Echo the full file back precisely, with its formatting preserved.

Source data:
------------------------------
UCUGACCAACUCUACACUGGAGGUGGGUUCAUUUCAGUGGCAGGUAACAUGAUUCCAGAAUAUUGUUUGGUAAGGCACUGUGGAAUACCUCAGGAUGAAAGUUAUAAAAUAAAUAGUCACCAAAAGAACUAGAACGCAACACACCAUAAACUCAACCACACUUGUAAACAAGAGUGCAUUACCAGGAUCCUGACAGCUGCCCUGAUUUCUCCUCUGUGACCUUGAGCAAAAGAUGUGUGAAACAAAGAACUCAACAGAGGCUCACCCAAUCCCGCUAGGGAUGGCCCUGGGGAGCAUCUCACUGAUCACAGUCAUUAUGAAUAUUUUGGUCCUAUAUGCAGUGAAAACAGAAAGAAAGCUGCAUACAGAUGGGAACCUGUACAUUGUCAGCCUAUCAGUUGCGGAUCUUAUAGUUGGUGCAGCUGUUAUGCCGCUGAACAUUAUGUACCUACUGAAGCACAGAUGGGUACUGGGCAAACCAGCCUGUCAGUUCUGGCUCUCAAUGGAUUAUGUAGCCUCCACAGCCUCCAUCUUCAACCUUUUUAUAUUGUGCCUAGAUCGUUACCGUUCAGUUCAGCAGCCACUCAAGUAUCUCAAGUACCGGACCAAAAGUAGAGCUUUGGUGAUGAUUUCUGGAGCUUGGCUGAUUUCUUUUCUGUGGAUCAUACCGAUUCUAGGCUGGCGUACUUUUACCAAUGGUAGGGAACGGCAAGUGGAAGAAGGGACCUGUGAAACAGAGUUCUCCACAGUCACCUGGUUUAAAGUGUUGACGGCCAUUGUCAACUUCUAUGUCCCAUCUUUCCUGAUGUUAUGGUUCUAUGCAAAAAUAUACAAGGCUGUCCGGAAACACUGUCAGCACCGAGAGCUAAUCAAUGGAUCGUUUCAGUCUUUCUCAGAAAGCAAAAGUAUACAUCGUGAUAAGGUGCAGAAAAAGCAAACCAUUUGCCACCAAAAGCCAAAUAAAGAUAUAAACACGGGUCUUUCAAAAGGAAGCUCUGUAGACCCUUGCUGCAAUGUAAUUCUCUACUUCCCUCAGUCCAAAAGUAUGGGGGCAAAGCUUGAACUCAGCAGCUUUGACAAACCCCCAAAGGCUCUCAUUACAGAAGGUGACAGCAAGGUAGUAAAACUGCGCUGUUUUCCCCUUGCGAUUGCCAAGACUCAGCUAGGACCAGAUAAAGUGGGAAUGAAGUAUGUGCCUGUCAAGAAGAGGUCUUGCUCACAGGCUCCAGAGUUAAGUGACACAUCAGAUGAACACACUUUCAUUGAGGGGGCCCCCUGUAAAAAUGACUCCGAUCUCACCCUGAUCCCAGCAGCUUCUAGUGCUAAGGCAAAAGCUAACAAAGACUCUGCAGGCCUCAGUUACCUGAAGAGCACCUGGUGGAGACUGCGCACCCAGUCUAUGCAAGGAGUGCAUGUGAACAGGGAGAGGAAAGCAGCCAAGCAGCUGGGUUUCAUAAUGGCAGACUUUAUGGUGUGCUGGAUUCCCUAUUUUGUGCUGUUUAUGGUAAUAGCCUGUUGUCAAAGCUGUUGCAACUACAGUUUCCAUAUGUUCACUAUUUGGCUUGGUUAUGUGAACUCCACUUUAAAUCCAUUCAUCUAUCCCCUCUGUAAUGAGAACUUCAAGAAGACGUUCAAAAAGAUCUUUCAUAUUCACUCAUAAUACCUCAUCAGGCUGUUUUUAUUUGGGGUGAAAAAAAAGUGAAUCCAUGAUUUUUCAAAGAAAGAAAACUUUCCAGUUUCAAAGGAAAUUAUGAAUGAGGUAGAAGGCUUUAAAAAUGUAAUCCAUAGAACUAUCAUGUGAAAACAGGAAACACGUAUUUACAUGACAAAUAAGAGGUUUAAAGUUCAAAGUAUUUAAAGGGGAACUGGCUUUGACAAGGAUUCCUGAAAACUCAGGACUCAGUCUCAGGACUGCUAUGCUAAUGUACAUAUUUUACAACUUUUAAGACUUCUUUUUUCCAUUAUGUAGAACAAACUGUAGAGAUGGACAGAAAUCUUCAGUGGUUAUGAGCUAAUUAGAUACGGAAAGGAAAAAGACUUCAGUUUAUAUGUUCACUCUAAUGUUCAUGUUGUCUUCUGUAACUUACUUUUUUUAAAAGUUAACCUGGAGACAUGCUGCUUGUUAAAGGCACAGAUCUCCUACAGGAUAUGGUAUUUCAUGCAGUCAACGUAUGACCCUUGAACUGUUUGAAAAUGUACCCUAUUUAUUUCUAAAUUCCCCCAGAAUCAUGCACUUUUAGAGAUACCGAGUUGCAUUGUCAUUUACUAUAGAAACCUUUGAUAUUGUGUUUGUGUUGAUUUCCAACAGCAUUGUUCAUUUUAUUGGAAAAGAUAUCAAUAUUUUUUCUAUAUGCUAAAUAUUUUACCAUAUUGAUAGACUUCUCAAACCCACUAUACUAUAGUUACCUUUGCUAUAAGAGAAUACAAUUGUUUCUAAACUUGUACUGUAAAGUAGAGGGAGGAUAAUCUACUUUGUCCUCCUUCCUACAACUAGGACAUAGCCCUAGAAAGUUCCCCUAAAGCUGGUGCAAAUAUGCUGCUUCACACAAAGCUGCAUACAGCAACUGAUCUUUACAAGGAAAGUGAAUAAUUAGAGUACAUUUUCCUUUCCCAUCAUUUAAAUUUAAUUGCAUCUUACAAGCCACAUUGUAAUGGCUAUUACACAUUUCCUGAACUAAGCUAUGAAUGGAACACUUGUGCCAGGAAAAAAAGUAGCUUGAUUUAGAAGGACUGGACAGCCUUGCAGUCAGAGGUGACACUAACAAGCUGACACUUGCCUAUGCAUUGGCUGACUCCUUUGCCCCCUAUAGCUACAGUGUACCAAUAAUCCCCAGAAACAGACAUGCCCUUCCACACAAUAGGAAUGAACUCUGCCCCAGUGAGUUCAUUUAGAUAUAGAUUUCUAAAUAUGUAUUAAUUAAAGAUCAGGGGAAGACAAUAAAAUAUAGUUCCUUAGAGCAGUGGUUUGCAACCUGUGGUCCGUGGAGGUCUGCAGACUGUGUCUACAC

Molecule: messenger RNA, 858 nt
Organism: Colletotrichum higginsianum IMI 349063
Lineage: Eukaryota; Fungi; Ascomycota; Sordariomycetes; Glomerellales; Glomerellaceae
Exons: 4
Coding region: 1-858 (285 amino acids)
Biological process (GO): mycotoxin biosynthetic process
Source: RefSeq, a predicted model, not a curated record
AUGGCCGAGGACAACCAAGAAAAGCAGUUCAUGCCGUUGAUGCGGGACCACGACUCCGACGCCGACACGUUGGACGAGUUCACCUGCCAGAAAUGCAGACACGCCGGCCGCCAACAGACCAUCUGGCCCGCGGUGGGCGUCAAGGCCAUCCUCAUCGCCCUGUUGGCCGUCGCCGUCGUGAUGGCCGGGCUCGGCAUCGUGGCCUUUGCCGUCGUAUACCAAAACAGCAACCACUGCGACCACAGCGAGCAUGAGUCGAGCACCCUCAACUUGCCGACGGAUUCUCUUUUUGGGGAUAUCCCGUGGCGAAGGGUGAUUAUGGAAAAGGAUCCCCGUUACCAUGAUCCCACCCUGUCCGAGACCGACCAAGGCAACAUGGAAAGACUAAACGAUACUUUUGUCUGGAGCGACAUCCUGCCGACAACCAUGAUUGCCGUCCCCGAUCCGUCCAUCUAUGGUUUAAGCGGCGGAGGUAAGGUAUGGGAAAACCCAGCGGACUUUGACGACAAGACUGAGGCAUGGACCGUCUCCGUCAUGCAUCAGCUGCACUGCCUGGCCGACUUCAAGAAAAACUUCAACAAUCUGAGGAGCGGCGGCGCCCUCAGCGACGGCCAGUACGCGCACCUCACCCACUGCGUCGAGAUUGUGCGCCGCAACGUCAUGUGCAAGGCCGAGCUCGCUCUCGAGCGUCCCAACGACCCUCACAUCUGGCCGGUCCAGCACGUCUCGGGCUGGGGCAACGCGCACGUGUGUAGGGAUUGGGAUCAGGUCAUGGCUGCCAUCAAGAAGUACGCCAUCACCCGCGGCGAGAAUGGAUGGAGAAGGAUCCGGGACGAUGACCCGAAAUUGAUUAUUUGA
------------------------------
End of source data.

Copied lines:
UCUGACCAACUCUACACUGGAGGUGGGUUCAUUUCAGUGGCAGGUAACAUGAUUCCAGAAUAUUGUUUGGUAAGGCACUGUGGAAUACCUCAGGAUGAAAGUUAUAAAAUAAAUAGUCACCAAAAGAACUAGAACGCAACACACCAUAAACUCAACCACACUUGUAAACAAGAGUGCAUUACCAGGAUCCUGACAGCUGCCCUGAUUUCUCCUCUGUGACCUUGAGCAAAAGAUGUGUGAAACAAAGAACUCAACAGAGGCUCACCCAAUCCCGCUAGGGAUGGCCCUGGGGAGCAUCUCACUGAUCACAGUCAUUAUGAAUAUUUUGGUCCUAUAUGCAGUGAAAACAGAAAGAAAGCUGCAUACAGAUGGGAACCUGUACAUUGUCAGCCUAUCAGUUGCGGAUCUUAUAGUUGGUGCAGCUGUUAUGCCGCUGAACAUUAUGUACCUACUGAAGCACAGAUGGGUACUGGGCAAACCAGCCUGUCAGUUCUGGCUCUCAAUGGAUUAUGUAGCCUCCACAGCCUCCAUCUUCAACCUUUUUAUAUUGUGCCUAGAUCGUUACCGUUCAGUUCAGCAGCCACUCAAGUAUCUCAAGUACCGGACCAAAAGUAGAGCUUUGGUGAUGAUUUCUGGAGCUUGGCUGAUUUCUUUUCUGUGGAUCAUACCGAUUCUAGGCUGGCGUACUUUUACCAAUGGUAGGGAACGGCAAGUGGAAGAAGGGACCUGUGAAACAGAGUUCUCCACAGUCACCUGGUUUAAAGUGUUGACGGCCAUUGUCAACUUCUAUGUCCCAUCUUUCCUGAUGUUAUGGUUCUAUGCAAAAAUAUACAAGGCUGUCCGGAAACACUGUCAGCACCGAGAGCUAAUCAAUGGAUCGUUUCAGUCUUUCUCAGAAAGCAAAAGUAUACAUCGUGAUAAGGUGCAGAAAAAGCAAACCAUUUGCCACCAAAAGCCAAAUAAAGAUAUAAACACGGGUCUUUCAAAAGGAAGCUCUGUAGACCCUUGCUGCAAUGUAAUUCUCUACUUCCCUCAGUCCAAAAGUAUGGGGGCAAAGCUUGAACUCAGCAGCUUUGACAAACCCCCAAAGGCUCUCAUUACAGAAGGUGACAGCAAGGUAGUAAAACUGCGCUGUUUUCCCCUUGCGAUUGCCAAGACUCAGCUAGGACCAGAUAAAGUGGGAAUGAAGUAUGUGCCUGUCAAGAAGAGGUCUUGCUCACAGGCUCCAGAGUUAAGUGACACAUCAGAUGAACACACUUUCAUUGAGGGGGCCCCCUGUAAAAAUGACUCCGAUCUCACCCUGAUCCCAGCAGCUUCUAGUGCUAAGGCAAAAGCUAACAAAGACUCUGCAGGCCUCAGUUACCUGAAGAGCACCUGGUGGAGACUGCGCACCCAGUCUAUGCAAGGAGUGCAUGUGAACAGGGAGAGGAAAGCAGCCAAGCAGCUGGGUUUCAUAAUGGCAGACUUUAUGGUGUGCUGGAUUCCCUAUUUUGUGCUGUUUAUGGUAAUAGCCUGUUGUCAAAGCUGUUGCAACUACAGUUUCCAUAUGUUCACUAUUUGGCUUGGUUAUGUGAACUCCACUUUAAAUCCAUUCAUCUAUCCCCUCUGUAAUGAGAACUUCAAGAAGACGUUCAAAAAGAUCUUUCAUAUUCACUCAUAAUACCUCAUCAGGCUGUUUUUAUUUGGGGUGAAAAAAAAGUGAAUCCAUGAUUUUUCAAAGAAAGAAAACUUUCCAGUUUCAAAGGAAAUUAUGAAUGAGGUAGAAGGCUUUAAAAAUGUAAUCCAUAGAACUAUCAUGUGAAAACAGGAAACACGUAUUUACAUGACAAAUAAGAGGUUUAAAGUUCAAAGUAUUUAAAGGGGAACUGGCUUUGACAAGGAUUCCUGAAAACUCAGGACUCAGUCUCAGGACUGCUAUGCUAAUGUACAUAUUUUACAACUUUUAAGACUUCUUUUUUCCAUUAUGUAGAACAAACUGUAGAGAUGGACAGAAAUCUUCAGUGGUUAUGAGCUAAUUAGAUACGGAAAGGAAAAAGACUUCAGUUUAUAUGUUCACUCUAAUGUUCAUGUUGUCUUCUGUAACUUACUUUUUUUAAAAGUUAACCUGGAGACAUGCUGCUUGUUAAAGGCACAGAUCUCCUACAGGAUAUGGUAUUUCAUGCAGUCAACGUAUGACCCUUGAACUGUUUGAAAAUGUACCCUAUUUAUUUCUAAAUUCCCCCAGAAUCAUGCACUUUUAGAGAUACCGAGUUGCAUUGUCAUUUACUAUAGAAACCUUUGAUAUUGUGUUUGUGUUGAUUUCCAACAGCAUUGUUCAUUUUAUUGGAAAAGAUAUCAAUAUUUUUUCUAUAUGCUAAAUAUUUUACCAUAUUGAUAGACUUCUCAAACCCACUAUACUAUAGUUACCUUUGCUAUAAGAGAAUACAAUUGUUUCUAAACUUGUACUGUAAAGUAGAGGGAGGAUAAUCUACUUUGUCCUCCUUCCUACAACUAGGACAUAGCCCUAGAAAGUUCCCCUAAAGCUGGUGCAAAUAUGCUGCUUCACACAAAGCUGCAUACAGCAACUGAUCUUUACAAGGAAAGUGAAUAAUUAGAGUACAUUUUCCUUUCCCAUCAUUUAAAUUUAAUUGCAUCUUACAAGCCACAUUGUAAUGGCUAUUACACAUUUCCUGAACUAAGCUAUGAAUGGAACACUUGUGCCAGGAAAAAAAGUAGCUUGAUUUAGAAGGACUGGACAGCCUUGCAGUCAGAGGUGACACUAACAAGCUGACACUUGCCUAUGCAUUGGCUGACUCCUUUGCCCCCUAUAGCUACAGUGUACCAAUAAUCCCCAGAAACAGACAUGCCCUUCCACACAAUAGGAAUGAACUCUGCCCCAGUGAGUUCAUUUAGAUAUAGAUUUCUAAAUAUGUAUUAAUUAAAGAUCAGGGGAAGACAAUAAAAUAUAGUUCCUUAGAGCAGUGGUUUGCAACCUGUGGUCCGUGGAGGUCUGCAGACUGUGUCUACAC

Molecule: messenger RNA, 858 nt
Organism: Colletotrichum higginsianum IMI 349063
Lineage: Eukaryota; Fungi; Ascomycota; Sordariomycetes; Glomerellales; Glomerellaceae
Exons: 4
Coding region: 1-858 (285 amino acids)
Biological process (GO): mycotoxin biosynthetic process
Source: RefSeq, a predicted model, not a curated record
AUGGCCGAGGACAACCAAGAAAAGCAGUUCAUGCCGUUGAUGCGGGACCACGACUCCGACGCCGACACGUUGGACGAGUUCACCUGCCAGAAAUGCAGACACGCCGGCCGCCAACAGACCAUCUGGCCCGCGGUGGGCGUCAAGGCCAUCCUCAUCGCCCUGUUGGCCGUCGCCGUCGUGAUGGCCGGGCUCGGCAUCGUGGCCUUUGCCGUCGUAUACCAAAACAGCAACCACUGCGACCACAGCGAGCAUGAGUCGAGCACCCUCAACUUGCCGACGGAUUCUCUUUUUGGGGAUAUCCCGUGGCGAAGGGUGAUUAUGGAAAAGGAUCCCCGUUACCAUGAUCCCACCCUGUCCGAGACCGACCAAGGCAACAUGGAAAGACUAAACGAUACUUUUGUCUGGAGCGACAUCCUGCCGACAACCAUGAUUGCCGUCCCCGAUCCGUCCAUCUAUGGUUUAAGCGGCGGAGGUAAGGUAUGGGAAAACCCAGCGGACUUUGACGACAAGACUGAGGCAUGGACCGUCUCCGUCAUGCAUCAGCUGCACUGCCUGGCCGACUUCAAGAAAAACUUCAACAAUCUGAGGAGCGGCGGCGCCCUCAGCGACGGCCAGUACGCGCACCUCACCCACUGCGUCGAGAUUGUGCGCCGCAACGUCAUGUGCAAGGCCGAGCUCGCUCUCGAGCGUCCCAACGACCCUCACAUCUGGCCGGUCCAGCACGUCUCGGGCUGGGGCAACGCGCACGUGUGUAGGGAUUGGGAUCAGGUCAUGGCUGCCAUCAAGAAGUACGCCAUCACCCGCGGCGAGAAUGGAUGGAGAAGGAUCCGGGACGAUGACCCGAAAUUGAUUAUUUGA